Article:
via Pocket May 23, 2013 at 07:52PM

Will corporate actions survive social media?

While corporate compliance departments are still coming to terms with all the regulatory changes springing forth the implementation of the Dodd-Frank Act, the US Securities and Exchange Commission (SEC) threw a curveball to the industry in early April by approving social media as a distribution channel for corporate actions announcements.

“Most social media are perfectly suitable methods for communicating with investors, but not if the access is restricted or if the investors don’t know that’s where they need to turn to get the latest news,” says George Canellos, acting director of the enforcement division at the SEC.

The announcement stemmed from the regulator’s decision not to seek sanctions against Netflix CEO Reed Hastings or his company regarding a posting made by Hastings to his personal Facebook account, which may have violated Regulation Fair Disclosure (FD). 

In the Facebook update, made the day before the July 4, 2012, holiday, Hastings shared that Netflix had streamed over a billion hours of content to its customers the previous month. If Netflix had shared the same information with its investors via a press release posted on the Netflix web site or in a Form 8-K filing, which announces material corporate events, there would not have been a problem, but they did not.

Instead the regulators took the opportunity to inform listed companies that the Commission’s 2008 guidance on the use of web sites to communicate with investors is “equally applicable to current and evolving social media channels of corporate communications.”

Trends ahead

Industry watchers, such as Virginie O’Shea, an analysts at industry research firm Aite Group, expect to see similar announcements being made in the future as financial organisations may not be aware of the announcement and are still learning how to mange the use of social media internally.

“Many major institutions have banned the use of social media sites for this very purpose,” she says. “They are aware that there could be a legal ramification for staff members tweeting things that should not have been tweeted. It also has resulted in a number of people being sacked.”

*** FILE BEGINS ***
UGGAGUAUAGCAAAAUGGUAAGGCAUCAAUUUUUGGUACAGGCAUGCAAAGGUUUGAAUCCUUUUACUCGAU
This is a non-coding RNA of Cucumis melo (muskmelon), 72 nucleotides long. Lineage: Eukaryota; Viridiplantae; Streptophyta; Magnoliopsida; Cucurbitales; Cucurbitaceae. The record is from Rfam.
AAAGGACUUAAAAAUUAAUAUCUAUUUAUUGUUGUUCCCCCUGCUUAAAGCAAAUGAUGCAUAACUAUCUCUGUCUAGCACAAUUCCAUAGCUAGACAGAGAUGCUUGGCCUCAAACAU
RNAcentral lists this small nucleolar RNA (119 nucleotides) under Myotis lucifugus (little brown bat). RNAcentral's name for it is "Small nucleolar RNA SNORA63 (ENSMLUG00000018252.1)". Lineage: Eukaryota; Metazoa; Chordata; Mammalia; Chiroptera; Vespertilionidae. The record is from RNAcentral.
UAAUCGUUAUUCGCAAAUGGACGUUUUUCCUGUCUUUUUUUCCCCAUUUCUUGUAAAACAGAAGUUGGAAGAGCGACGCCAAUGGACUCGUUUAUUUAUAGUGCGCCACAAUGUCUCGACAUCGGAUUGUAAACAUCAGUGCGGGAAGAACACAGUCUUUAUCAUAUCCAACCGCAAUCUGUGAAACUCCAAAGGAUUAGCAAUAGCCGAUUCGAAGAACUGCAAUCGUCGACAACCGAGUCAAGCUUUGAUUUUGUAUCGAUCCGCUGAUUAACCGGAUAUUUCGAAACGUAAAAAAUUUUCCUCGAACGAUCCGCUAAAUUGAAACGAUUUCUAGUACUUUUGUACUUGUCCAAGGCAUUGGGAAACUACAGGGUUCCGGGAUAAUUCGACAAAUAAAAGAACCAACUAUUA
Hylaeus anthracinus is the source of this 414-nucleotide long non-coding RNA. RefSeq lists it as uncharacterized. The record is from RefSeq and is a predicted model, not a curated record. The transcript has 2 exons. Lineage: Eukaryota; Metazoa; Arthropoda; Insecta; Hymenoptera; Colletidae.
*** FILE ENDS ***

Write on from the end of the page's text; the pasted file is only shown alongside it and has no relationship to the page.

Yet ignoring social media is not a likely option since it is “an inevitable evolution in how people communicate,” explains Cromwell Fraser, director of strategy and business development trading floor industry at communications surveillance provider Nice Systems. “First there was voice, then e-mail, then instant messaging and now social media.”

For those investors who require corporate action updates delivered as quickly as possible, adding another distribution channel may speed an updates delivery, but it may come with a cost.

“There are no common taxonomies to use for social media,” says O’Shea. “Organisations are opening themselves up for a risk of misinterpretation if they are limited to Twitter’s 140-character message limit.”

The ever-evolving spelling and grammar found on some social media sites also might prove challenging for those tasked to collect, scrub and deliver corporate updates, she adds.

This is not a major issue, according to Fraser whose firm already supports surveillance of various social media platforms.

“Since social media updates usually are text-based like email and instant messages, view them as just another data stream that we capture, grab the stored elements and surveil them,” he explains.

The difficulties come with how the wide range of social media platforms aggregate user content and manage who may view it. It is not a one-size-fits-all proposition, according to O’Shea. “The US might face the same issues in capturing corporate actions currently faced by other regions, such as Asia, where they lack a common format to release corporate actions.”

Opening the can of worms

Integrating social media into the existing social media corporate actions channel is more of a process than a technology issue for most financial organisations, according to the experts.

“Except for some marketing functions and a few corporate communications professionals who do a good job using social media, a majority of the capital markets industry are just beginning to understand social media,” says Aite’s O’Shea.

“It still very early days,” agrees Nice’s Fraser. “Those who will embrace social media, learn it and use it will be successful,” says Fraser. “Those who will not will have problems and will put out rules and guide lines that will not work with this new media.”